Like most gun companies, the Ithaca Gun Company has had a checkered path in terms of successes and failures. Founded in 1883 in Ithaca, N.Y., by William Henry Baker, Dwight McIntyre and John Vanatta, its original plan was to build fine double-barrel shotguns. Baker was a longtime gunsmith of good reputation for design and execution, but like many gunsmiths he had relatively little capital to work with, which sent him on an endless search for underwriters. By 1887 Baker had left Ithaca, and McIntyre, Vanatter and L.H. Smith, brother of L.C. Smith, continued to run the company.
The company enjoyed some success during the Edwardian latter years of the 19th century and beginning of the 20th century, but mechanization and technology continued its relentless pursuit of all things efficient at the expense of all things aesthetic. Ithaca needed to come up with a magazine-fed shotgun to hold its share of the marketplace. It eventually chose a design patented by John Browning in 1915 and put forth as the Remington Model 17, a contemporary of the Winchester Model 12 that everyone seemed to want at the time. Trouble was, of course, Ithaca had to wait until Browning’s patent—owned by Remington—expired before it could utilize the features of the shotgun, so not much could be done until 1932. By then the U.S. was in the depths of The Depression, and companies like Ithaca again scrambled for working capital, as well as something that could give it a competitive edge in the market.
Fortunately for Ithaca, Remington discontinued the manufacture of the Model 17 by replacing it with the Model 31 in 1933. Like most Browning designs it depended on forgings and other relatively expensive-to-make parts. The Model 17 had some improvements patented by John Pederson—of Pederson Device fame—that did not expire until 1936. Ithaca had its own designer, Harry Howland, who modified the Remington’s firing pin and ejection mechanism in 1931, thus making it simpler and less expensive to produce. Finally, in 1937 Ithaca was able to bring the Model 37 to the market.
The Model 37 is a manually operated, slide- or pump-action shotgun fed from a tubular magazine located beneath the barrel. Its most notable feature is that it is loaded and ejects through a common port located on the underside of the receiver. The shotgun combines robustness with a simple, yet elegant design that ensured its success and popularity over more than eight decades. Though originally designed as a shotgun for hunters, its adaptation as a trench gun and police shotgun has equally cemented it in the hearts of gunners. One reason for its popularity early on as a martial shotgun was its lack of a disconnector in the fire-control mechanism, allowing the shotgun to be fired by simply holding the trigger down and operating the slide. It was thought that this provided an increase in firepower, but in actuality the gun is nearly impossible to control when operated in this way—with the exception of motion pictures where guns can do about anything. Ithaca added a disconnector in 1975 after prodding from corporate lawyers.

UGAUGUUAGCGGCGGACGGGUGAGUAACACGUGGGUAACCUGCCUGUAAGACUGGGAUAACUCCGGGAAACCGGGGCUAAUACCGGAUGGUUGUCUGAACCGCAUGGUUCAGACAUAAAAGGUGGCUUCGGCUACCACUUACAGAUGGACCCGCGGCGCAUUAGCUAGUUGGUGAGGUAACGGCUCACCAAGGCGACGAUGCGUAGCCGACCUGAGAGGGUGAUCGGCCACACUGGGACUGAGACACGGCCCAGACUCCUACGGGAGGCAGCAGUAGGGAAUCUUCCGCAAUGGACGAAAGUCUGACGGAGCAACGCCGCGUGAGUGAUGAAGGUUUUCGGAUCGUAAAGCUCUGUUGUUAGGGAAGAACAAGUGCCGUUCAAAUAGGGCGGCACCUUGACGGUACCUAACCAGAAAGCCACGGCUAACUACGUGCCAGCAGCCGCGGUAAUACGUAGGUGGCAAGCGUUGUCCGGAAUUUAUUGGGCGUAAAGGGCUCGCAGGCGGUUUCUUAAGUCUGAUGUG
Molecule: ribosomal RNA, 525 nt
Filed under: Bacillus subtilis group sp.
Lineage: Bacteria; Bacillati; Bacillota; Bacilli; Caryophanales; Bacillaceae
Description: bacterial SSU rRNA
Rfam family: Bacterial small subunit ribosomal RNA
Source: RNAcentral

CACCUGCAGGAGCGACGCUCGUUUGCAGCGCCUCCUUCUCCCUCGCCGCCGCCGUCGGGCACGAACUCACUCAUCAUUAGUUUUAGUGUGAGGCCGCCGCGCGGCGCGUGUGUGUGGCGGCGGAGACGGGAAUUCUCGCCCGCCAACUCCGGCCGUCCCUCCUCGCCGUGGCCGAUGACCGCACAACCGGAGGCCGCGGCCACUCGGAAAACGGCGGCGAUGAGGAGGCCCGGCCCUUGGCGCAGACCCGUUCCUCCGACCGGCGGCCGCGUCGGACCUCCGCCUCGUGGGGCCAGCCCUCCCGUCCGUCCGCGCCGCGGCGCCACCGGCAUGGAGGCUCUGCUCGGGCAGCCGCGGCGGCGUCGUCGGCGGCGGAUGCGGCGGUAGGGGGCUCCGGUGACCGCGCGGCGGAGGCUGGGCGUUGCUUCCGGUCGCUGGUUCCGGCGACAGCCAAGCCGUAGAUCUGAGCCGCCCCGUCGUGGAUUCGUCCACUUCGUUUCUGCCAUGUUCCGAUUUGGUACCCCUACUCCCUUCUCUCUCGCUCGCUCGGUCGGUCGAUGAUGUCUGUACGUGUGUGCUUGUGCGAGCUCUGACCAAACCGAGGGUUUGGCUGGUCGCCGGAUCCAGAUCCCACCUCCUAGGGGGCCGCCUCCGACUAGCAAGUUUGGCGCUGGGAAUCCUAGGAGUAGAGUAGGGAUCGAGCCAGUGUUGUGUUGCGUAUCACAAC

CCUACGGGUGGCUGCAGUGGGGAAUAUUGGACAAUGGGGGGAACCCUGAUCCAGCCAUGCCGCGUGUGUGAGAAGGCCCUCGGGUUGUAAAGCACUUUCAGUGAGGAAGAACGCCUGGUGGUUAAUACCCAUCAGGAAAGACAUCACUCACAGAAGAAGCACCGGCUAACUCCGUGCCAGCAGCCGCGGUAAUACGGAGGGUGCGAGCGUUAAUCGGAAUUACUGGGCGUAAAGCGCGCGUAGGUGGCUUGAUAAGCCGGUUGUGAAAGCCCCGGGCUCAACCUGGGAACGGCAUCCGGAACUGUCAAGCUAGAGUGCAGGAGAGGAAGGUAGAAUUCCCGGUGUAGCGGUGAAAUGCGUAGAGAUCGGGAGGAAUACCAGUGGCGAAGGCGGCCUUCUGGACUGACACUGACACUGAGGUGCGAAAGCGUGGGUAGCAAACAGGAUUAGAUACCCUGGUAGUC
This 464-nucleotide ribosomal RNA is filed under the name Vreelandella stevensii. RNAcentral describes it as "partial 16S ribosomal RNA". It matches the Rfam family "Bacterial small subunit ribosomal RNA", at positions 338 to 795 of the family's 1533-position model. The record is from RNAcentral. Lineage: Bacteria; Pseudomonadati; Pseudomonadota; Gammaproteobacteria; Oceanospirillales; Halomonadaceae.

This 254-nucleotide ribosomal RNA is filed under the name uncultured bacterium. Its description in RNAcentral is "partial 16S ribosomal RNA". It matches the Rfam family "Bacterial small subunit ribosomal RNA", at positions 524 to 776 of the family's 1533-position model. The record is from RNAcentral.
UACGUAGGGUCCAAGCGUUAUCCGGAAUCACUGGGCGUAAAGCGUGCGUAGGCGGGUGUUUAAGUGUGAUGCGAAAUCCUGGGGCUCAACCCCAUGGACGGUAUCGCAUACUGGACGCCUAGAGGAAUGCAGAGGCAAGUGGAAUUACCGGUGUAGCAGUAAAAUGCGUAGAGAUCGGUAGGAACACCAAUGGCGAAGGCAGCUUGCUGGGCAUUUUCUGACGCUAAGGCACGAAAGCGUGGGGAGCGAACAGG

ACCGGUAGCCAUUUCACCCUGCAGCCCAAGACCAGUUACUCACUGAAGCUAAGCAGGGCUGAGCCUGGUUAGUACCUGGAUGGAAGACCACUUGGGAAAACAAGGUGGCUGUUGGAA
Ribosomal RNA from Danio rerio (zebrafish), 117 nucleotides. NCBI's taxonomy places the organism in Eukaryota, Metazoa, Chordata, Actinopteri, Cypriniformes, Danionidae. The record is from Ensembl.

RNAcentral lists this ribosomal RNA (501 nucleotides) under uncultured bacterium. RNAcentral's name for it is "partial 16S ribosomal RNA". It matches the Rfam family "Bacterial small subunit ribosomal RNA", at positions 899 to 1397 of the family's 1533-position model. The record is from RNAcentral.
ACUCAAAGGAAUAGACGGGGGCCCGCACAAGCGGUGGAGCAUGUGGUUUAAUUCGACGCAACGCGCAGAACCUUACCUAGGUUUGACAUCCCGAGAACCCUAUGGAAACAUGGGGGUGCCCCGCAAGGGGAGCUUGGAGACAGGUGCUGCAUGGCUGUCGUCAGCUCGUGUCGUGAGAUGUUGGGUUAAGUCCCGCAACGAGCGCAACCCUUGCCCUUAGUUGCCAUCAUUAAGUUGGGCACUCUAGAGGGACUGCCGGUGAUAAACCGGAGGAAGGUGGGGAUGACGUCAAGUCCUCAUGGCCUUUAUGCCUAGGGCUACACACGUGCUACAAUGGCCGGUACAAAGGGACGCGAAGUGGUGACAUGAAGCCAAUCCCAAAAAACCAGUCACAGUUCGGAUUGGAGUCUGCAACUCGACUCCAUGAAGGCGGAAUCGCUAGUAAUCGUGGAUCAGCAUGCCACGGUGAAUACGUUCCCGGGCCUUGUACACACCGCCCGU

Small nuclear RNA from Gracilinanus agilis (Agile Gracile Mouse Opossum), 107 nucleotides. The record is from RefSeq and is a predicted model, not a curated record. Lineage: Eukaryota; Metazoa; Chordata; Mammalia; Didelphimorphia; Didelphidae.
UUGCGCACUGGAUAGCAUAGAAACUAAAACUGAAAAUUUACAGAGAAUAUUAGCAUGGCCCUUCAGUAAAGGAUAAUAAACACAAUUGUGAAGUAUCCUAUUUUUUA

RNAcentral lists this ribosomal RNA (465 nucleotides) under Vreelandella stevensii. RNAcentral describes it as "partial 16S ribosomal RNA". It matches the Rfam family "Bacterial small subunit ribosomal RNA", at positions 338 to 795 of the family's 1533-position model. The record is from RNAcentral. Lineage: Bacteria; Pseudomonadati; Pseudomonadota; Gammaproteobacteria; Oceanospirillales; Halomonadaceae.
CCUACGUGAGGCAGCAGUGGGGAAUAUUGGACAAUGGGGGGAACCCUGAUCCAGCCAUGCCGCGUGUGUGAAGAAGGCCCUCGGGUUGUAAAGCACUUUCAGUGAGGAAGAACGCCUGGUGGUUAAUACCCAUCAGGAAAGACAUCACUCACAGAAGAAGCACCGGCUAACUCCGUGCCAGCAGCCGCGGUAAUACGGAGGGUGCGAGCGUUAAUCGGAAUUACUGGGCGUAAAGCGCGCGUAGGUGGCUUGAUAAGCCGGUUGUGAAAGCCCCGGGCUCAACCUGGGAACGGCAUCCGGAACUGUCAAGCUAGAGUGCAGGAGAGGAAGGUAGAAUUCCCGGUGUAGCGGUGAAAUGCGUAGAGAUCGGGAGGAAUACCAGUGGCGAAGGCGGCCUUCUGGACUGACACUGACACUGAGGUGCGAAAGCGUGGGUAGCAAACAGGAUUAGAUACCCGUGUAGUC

Its bottom-ejecting feature was actually an improvement, however. Without a big hole in the side of the receiver, the Model 37 had some built-in resistance to catching debris inside the gun and tying it up. Too, southpaws appreciated not having smoking empty hulls flung across their faces, as was the case with other magazine-fed shotguns.
The Model 37 saw service in World War II, Korea and Vietnam, as well as some other relatively minor skirmishes. It has seen extensive use by the New York and Los Angeles police departments, as well as the L.A. Sheriff’s Department. Countless other smaller law enforcement agencies pressed the Model 37 into service, too. It was very popular in the Midwest and prairie states as a waterfowl and pheasant gun.
When the Model 37 was introduced it was also called the Featherlight, though in 12 gauge it still weighed in at a shade more than 7 1/2 lbs. Later an Ultrafeatherlight model in 20 gauge with an aluminum receiver would be brought forth at about 4 1/2 lbs. It has been chambered for 2 3/4" and 3" shells in 12 gauge, as well as 16, 20 and 28 gauges. The Model 37 has been fitted with rifle sights and called Deerslayer; clad in a synthetic camo stock and deemed Turkeyslayer; even given a straight, English-style stock targeting quail hunters. Ithaca’s marketing guys used to make a big deal about the shotgun’s Raybar front sight, a sort of first-generation fiber-optic. Today it comes with a TruGlo red front sight. The number of variations that the marketing guys came up with would boggle the mind, but these are the most popular. More than 2 million Model 37s have been built in this country. One particular variant—the Stakeout—featured a pistol grip sans buttstock and a 13" barrel designed for undercover policemen. It was made popular in the television series “Miami Vice” as the gun of choice for Detective Ricardo Stubbs played by Philip Michael Thomas, who, according to the firearms consultant for the program, had difficulty handling handguns. The Chinese and Argentines have produced knock-off variants of the Model 37 as well.
Ithaca has undergone a lot of ownership changes over the years. Today it is based in Upper Sandusky, Ohio, and prides itself as a gunmaker still building every part of its guns in the United States. The Model 37 is still available with MSRPs starting in the $895 range. Though never as popular as the Remington 870 or some other pump guns, the Model 37 retains a cult-like following, especially in the riot-gun configuration with a 20" barrel and an 8-shot magazine.